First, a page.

Migration, an ageless natural phenomenon, can be all the more spectacular when we remove its constraints:
Along central Maine’s Sebasticook River, the first thing you’ll notice are the birds. Eagles are everywhere, wading on gravel bars and chattering from the trees.
“A whole bunch of birds, they’re bald eagles, those are all bald eagles!” says conservationist Steve Brooke.
It’s a dramatic sight, as the bald eagles swoop to catch fish from the river. And it’s a sight that Brooke predicted for this region, more than 20 years ago. That’s when he began advocating for the removal of a large hydroelectric dam downstream, on the Kennebec River. The Edwards Dam came down in 1999 after the federal government ordered its removal, saying the ecological costs outweighed the benefit of the power it provided.
That was the first such order and it boosted what is a growing trend. Now, dozens of aging dams are removed from U.S. rivers every year.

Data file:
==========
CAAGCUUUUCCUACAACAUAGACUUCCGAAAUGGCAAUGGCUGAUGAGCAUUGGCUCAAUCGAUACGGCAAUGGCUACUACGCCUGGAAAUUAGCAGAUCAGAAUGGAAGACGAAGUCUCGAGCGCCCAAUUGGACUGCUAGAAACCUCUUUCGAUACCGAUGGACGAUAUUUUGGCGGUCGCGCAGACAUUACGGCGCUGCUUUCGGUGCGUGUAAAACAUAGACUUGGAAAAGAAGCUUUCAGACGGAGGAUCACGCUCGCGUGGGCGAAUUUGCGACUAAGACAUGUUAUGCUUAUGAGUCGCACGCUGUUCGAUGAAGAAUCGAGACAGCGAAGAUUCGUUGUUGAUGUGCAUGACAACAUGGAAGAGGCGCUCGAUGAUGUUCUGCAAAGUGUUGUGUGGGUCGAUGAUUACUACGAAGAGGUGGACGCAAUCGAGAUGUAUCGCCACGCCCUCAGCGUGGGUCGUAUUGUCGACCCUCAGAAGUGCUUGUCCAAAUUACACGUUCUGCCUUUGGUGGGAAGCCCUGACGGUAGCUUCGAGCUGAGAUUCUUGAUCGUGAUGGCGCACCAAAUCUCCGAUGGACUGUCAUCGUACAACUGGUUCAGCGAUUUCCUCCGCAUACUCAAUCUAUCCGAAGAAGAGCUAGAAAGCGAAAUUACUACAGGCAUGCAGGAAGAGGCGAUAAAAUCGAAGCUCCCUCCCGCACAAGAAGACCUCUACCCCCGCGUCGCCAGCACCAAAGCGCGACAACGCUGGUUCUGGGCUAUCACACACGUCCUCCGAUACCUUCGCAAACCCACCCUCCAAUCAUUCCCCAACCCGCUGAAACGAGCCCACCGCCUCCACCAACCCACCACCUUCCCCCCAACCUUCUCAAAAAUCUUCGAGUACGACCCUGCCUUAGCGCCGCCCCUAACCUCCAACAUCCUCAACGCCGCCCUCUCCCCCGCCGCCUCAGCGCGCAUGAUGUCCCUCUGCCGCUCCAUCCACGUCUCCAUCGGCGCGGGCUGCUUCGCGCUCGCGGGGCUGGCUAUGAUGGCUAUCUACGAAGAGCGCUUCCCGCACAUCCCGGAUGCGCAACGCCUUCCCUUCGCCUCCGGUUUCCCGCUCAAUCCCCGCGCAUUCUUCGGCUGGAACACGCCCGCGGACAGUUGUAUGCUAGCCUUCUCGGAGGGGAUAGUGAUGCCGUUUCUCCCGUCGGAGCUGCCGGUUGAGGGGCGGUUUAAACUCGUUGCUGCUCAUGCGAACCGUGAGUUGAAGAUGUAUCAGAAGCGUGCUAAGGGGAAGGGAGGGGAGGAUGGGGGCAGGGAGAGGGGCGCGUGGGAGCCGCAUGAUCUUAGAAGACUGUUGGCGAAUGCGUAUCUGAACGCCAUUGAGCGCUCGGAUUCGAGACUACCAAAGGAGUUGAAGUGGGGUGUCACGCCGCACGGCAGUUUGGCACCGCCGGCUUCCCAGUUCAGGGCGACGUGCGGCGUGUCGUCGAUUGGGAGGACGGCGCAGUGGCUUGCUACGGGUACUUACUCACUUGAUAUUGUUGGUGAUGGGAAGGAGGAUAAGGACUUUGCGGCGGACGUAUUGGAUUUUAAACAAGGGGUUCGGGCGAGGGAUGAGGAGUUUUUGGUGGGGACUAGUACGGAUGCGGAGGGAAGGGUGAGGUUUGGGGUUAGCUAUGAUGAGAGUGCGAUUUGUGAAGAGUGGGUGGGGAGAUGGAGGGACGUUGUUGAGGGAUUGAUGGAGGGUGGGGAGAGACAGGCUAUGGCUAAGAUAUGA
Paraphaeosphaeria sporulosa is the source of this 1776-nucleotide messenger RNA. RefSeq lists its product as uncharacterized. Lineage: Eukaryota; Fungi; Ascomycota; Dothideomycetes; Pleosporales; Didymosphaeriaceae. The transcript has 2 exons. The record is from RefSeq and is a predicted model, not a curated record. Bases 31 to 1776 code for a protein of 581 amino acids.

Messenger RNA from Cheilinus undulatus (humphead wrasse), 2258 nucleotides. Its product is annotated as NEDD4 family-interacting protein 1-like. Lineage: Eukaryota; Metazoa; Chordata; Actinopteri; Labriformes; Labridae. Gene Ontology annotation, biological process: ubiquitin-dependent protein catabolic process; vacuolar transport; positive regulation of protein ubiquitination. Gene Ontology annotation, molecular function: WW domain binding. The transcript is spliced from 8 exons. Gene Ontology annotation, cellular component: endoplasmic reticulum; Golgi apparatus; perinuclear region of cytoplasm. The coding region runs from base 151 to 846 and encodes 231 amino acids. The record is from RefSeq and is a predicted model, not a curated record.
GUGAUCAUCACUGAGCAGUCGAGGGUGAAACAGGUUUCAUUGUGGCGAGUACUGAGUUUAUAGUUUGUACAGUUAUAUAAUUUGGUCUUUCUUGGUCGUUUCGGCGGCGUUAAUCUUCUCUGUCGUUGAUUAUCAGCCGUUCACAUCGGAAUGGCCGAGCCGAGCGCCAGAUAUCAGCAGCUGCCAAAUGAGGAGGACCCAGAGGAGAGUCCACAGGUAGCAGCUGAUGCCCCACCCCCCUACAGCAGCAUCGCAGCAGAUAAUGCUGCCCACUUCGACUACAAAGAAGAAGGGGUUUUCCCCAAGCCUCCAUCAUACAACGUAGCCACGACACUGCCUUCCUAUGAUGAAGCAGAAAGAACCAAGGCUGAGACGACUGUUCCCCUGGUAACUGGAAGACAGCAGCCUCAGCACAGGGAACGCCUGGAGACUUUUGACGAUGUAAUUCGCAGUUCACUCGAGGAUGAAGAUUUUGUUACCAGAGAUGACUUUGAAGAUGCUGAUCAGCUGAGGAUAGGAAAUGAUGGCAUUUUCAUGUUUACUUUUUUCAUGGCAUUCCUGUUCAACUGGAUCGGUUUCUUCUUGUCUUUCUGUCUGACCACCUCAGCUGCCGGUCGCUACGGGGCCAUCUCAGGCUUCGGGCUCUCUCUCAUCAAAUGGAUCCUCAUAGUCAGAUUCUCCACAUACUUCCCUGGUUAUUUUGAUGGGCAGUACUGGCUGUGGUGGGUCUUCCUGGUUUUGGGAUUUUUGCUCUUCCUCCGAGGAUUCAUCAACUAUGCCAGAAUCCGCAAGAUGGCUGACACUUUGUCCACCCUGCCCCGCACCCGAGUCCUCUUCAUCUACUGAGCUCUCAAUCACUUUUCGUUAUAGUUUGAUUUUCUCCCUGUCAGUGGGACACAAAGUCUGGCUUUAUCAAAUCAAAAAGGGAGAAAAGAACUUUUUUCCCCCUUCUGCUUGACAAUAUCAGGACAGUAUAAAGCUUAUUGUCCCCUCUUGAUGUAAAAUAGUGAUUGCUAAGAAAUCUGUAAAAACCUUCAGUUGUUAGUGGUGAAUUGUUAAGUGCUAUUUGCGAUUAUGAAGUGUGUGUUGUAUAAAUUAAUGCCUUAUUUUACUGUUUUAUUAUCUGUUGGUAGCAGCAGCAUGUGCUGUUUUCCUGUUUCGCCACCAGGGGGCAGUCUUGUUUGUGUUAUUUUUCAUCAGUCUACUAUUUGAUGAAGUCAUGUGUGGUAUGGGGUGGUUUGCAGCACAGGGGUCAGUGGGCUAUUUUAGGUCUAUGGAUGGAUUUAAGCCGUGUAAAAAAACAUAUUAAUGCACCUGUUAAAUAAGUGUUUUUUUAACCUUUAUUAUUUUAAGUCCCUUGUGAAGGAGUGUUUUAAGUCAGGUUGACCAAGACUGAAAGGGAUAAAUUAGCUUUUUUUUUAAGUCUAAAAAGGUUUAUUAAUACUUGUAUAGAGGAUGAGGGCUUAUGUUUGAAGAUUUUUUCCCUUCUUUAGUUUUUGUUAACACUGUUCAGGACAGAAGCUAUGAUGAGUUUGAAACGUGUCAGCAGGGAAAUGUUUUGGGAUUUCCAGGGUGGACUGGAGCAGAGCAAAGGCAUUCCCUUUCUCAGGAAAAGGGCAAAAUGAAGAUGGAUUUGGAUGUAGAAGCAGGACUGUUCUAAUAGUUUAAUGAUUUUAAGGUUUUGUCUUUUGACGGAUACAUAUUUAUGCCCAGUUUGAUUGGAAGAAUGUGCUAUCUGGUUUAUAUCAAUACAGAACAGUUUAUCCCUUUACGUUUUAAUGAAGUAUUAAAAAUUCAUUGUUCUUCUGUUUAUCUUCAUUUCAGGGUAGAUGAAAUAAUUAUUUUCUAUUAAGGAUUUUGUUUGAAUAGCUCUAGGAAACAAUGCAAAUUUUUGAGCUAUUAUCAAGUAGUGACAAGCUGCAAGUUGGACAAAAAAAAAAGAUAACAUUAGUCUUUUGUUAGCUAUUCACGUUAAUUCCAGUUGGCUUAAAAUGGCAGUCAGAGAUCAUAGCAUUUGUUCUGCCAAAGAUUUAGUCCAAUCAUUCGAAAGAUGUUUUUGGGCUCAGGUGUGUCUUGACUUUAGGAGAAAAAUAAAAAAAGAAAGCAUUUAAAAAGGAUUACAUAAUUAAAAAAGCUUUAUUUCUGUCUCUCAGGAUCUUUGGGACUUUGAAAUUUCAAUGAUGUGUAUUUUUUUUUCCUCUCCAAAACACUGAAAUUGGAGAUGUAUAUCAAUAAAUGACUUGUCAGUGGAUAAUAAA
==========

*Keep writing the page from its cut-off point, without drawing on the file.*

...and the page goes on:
When Brooke and others began talking about getting rid of the Kennebec dam and another dam at the mouth of this tributary, many Mainers didn’t see the point. There were hints of the Sebasticook’s former productivity; 3,000 year-old fish traps built by the Wabanaki people were found in an upstream lake. But Brooke says many people had never seen a large river system in its natural state.
“In the Pacific, they’re restoring rivers because they still have runs of Pacific salmon,” Brooke says. “Here on the East Coast the rivers have been dammed since the 17th century, and so it’s very hard for people to understand what’s missing.”
Part of what’s missing from many Northeast rivers: alewives.
The half-pound herring swim up from the ocean to spawn in May and June. Brooke says alewives, and their close cousins blueback herring, are keystone species in their native habitat, fundamental building blocks of the ecosystem. They funnel millions of pounds of protein from the ocean into the rivers and everything that moves, it seems, will eat an alewife.
Gail Wippelhauser is a fisheries biologist with Maine’s Department of Marine Resources, and has been working in the Kennebec watershed since 1995. She’s had a river-level view of the recovery. Wippelhauser says in some places, it looks like this river is paved with fish, just like in historical accounts from before the Industrial Revolution…
Read the whole article here.